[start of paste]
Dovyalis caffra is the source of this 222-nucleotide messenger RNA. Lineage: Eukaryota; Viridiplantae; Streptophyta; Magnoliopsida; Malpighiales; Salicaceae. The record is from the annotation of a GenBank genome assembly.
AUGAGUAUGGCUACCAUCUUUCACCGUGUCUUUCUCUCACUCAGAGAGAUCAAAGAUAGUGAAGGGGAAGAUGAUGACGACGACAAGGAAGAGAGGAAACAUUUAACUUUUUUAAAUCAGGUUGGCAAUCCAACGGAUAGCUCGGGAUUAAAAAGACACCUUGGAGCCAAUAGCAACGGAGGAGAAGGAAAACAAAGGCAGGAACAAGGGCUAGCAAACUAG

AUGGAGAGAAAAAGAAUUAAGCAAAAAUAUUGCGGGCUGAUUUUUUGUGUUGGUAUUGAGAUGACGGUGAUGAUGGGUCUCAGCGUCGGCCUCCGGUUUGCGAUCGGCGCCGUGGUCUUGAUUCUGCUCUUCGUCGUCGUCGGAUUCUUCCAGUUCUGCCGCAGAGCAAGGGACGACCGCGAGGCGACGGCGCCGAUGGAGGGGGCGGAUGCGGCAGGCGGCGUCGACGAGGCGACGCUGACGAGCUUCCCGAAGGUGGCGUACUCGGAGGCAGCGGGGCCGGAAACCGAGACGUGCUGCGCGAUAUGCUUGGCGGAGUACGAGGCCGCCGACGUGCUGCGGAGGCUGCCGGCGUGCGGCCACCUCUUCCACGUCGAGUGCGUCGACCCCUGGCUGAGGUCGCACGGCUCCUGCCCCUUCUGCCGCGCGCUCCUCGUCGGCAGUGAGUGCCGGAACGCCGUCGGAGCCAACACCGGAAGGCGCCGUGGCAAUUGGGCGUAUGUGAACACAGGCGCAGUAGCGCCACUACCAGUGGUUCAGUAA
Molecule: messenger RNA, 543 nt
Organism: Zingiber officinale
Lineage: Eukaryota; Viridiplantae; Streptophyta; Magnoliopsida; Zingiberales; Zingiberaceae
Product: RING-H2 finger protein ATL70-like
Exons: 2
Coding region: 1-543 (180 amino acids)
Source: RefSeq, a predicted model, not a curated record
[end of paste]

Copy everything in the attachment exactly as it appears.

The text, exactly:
Dovyalis caffra is the source of this 222-nucleotide messenger RNA. Lineage: Eukaryota; Viridiplantae; Streptophyta; Magnoliopsida; Malpighiales; Salicaceae. The record is from the annotation of a GenBank genome assembly.
AUGAGUAUGGCUACCAUCUUUCACCGUGUCUUUCUCUCACUCAGAGAGAUCAAAGAUAGUGAAGGGGAAGAUGAUGACGACGACAAGGAAGAGAGGAAACAUUUAACUUUUUUAAAUCAGGUUGGCAAUCCAACGGAUAGCUCGGGAUUAAAAAGACACCUUGGAGCCAAUAGCAACGGAGGAGAAGGAAAACAAAGGCAGGAACAAGGGCUAGCAAACUAG

AUGGAGAGAAAAAGAAUUAAGCAAAAAUAUUGCGGGCUGAUUUUUUGUGUUGGUAUUGAGAUGACGGUGAUGAUGGGUCUCAGCGUCGGCCUCCGGUUUGCGAUCGGCGCCGUGGUCUUGAUUCUGCUCUUCGUCGUCGUCGGAUUCUUCCAGUUCUGCCGCAGAGCAAGGGACGACCGCGAGGCGACGGCGCCGAUGGAGGGGGCGGAUGCGGCAGGCGGCGUCGACGAGGCGACGCUGACGAGCUUCCCGAAGGUGGCGUACUCGGAGGCAGCGGGGCCGGAAACCGAGACGUGCUGCGCGAUAUGCUUGGCGGAGUACGAGGCCGCCGACGUGCUGCGGAGGCUGCCGGCGUGCGGCCACCUCUUCCACGUCGAGUGCGUCGACCCCUGGCUGAGGUCGCACGGCUCCUGCCCCUUCUGCCGCGCGCUCCUCGUCGGCAGUGAGUGCCGGAACGCCGUCGGAGCCAACACCGGAAGGCGCCGUGGCAAUUGGGCGUAUGUGAACACAGGCGCAGUAGCGCCACUACCAGUGGUUCAGUAA
Molecule: messenger RNA, 543 nt
Organism: Zingiber officinale
Lineage: Eukaryota; Viridiplantae; Streptophyta; Magnoliopsida; Zingiberales; Zingiberaceae
Product: RING-H2 finger protein ATL70-like
Exons: 2
Coding region: 1-543 (180 amino acids)
Source: RefSeq, a predicted model, not a curated record